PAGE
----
Cable, our Air Excursions pilot, knew we were seeing something special so we flew up the Desolation Valley to the big unnamed lake I call 'Desolation Lake'. The lake level was low and huge ice bergs were stranded along the 'bath tub' ring almost as high as the vegetation line. Along the western edge of the ice face the glacier and the hill slope had collapsed into a deep trench right where we had stood the
The ice cave where the under-glacier river exits
See Chad walking along the river edge? This photo taken about five days after the flood.
year before. In 2008 we'd crossed the glacier trying to reach this lake but couldn't get down to the water. Very cool, a lake with two glaciers at either end and no visible outlet. I'd wondered where all that water went... Douh....Well now I know. It blows out of there like a gigantic firehose under the glacier and right across the place where we'd camped.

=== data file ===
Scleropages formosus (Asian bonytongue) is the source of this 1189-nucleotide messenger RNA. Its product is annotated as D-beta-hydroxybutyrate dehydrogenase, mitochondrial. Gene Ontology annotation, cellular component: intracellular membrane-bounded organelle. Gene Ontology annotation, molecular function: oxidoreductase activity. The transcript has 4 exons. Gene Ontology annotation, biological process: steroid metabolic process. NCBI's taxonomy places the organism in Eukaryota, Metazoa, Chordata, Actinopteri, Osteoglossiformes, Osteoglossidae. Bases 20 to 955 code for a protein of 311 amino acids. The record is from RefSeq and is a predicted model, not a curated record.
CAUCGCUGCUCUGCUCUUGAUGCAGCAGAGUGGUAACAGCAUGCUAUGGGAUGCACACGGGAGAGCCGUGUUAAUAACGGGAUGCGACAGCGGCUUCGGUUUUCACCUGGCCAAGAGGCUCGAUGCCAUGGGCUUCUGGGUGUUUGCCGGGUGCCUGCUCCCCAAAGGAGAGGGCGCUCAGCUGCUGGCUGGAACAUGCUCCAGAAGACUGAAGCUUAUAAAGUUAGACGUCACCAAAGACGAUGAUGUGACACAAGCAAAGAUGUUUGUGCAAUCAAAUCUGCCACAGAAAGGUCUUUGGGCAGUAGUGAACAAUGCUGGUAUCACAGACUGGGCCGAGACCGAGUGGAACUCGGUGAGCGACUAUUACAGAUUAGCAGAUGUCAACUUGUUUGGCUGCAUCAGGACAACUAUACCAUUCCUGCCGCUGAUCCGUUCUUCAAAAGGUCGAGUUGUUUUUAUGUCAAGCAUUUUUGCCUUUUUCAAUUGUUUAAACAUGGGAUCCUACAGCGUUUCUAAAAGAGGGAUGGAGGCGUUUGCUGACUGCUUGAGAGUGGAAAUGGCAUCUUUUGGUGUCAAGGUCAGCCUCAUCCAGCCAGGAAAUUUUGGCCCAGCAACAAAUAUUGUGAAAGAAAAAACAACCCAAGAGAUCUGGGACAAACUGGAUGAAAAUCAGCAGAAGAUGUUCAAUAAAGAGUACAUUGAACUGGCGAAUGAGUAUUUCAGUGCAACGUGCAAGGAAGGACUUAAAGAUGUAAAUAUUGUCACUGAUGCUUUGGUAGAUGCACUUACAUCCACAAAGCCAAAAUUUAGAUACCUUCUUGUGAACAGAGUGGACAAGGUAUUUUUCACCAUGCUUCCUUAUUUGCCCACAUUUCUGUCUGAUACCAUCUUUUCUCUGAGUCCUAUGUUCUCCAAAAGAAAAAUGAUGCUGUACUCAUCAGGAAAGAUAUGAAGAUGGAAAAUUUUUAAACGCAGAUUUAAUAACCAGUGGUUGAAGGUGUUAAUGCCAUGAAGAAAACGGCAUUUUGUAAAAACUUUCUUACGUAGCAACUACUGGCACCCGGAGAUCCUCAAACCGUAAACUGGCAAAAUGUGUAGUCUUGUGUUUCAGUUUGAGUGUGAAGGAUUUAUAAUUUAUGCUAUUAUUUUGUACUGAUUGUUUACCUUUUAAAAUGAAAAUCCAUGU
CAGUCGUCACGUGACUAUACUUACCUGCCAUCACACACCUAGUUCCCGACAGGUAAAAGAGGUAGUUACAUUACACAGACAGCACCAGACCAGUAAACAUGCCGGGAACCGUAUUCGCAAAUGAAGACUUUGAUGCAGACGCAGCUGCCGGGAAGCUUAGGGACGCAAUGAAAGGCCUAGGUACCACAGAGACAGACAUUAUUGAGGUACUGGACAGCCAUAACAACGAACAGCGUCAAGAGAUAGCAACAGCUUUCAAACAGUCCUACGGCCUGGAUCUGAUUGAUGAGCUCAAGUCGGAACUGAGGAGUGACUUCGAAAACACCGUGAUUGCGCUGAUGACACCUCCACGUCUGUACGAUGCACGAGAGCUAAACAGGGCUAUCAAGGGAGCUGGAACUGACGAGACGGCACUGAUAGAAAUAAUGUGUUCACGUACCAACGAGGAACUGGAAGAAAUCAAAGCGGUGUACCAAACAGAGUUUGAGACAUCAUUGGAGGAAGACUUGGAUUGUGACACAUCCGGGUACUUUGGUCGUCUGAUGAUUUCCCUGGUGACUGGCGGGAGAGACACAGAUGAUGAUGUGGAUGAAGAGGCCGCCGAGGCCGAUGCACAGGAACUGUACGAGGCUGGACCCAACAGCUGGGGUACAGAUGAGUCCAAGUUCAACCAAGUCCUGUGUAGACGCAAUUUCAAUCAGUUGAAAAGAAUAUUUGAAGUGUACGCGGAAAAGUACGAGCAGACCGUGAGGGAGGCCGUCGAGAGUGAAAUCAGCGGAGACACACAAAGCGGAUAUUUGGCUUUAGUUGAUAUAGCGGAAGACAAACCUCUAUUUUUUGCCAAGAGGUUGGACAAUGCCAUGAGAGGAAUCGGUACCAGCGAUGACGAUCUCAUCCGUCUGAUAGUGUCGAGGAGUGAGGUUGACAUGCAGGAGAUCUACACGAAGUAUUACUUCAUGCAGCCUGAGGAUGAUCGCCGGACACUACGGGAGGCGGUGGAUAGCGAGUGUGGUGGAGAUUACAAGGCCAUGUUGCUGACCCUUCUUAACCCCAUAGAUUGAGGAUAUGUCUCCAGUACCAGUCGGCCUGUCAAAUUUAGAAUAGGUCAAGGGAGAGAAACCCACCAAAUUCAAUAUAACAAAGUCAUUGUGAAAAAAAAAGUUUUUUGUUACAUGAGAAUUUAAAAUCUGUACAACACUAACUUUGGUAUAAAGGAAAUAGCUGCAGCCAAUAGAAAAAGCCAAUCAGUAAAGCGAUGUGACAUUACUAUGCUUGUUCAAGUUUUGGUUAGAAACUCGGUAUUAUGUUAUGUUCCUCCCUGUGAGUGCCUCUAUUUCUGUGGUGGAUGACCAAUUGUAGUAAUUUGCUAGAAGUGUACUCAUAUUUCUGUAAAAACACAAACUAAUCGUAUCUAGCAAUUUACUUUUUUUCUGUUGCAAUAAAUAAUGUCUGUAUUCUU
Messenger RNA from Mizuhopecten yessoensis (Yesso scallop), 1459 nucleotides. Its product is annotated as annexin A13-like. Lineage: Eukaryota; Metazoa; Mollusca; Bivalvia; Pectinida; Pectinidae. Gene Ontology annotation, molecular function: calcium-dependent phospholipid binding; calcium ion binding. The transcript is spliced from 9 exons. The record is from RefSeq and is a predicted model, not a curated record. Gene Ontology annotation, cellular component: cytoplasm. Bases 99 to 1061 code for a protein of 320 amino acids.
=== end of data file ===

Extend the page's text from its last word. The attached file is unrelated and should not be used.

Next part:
As the plane returned to Lituya I got a good look at the outflow. A raging river was pouring out of the glacier. And a bit back from the outlet was a collapsed pit, half hillside and half ice with a swirling pool of brown river water at the bottom.
We circled the bay and Cable managed to land us on the western side of Cenotaph Island. We unloaded our gear and he took off to return to Gustavus, promising to return in a week to pick us up. That evening the tide went out and ice from the back of the bay piled up on the eastern shore of the island.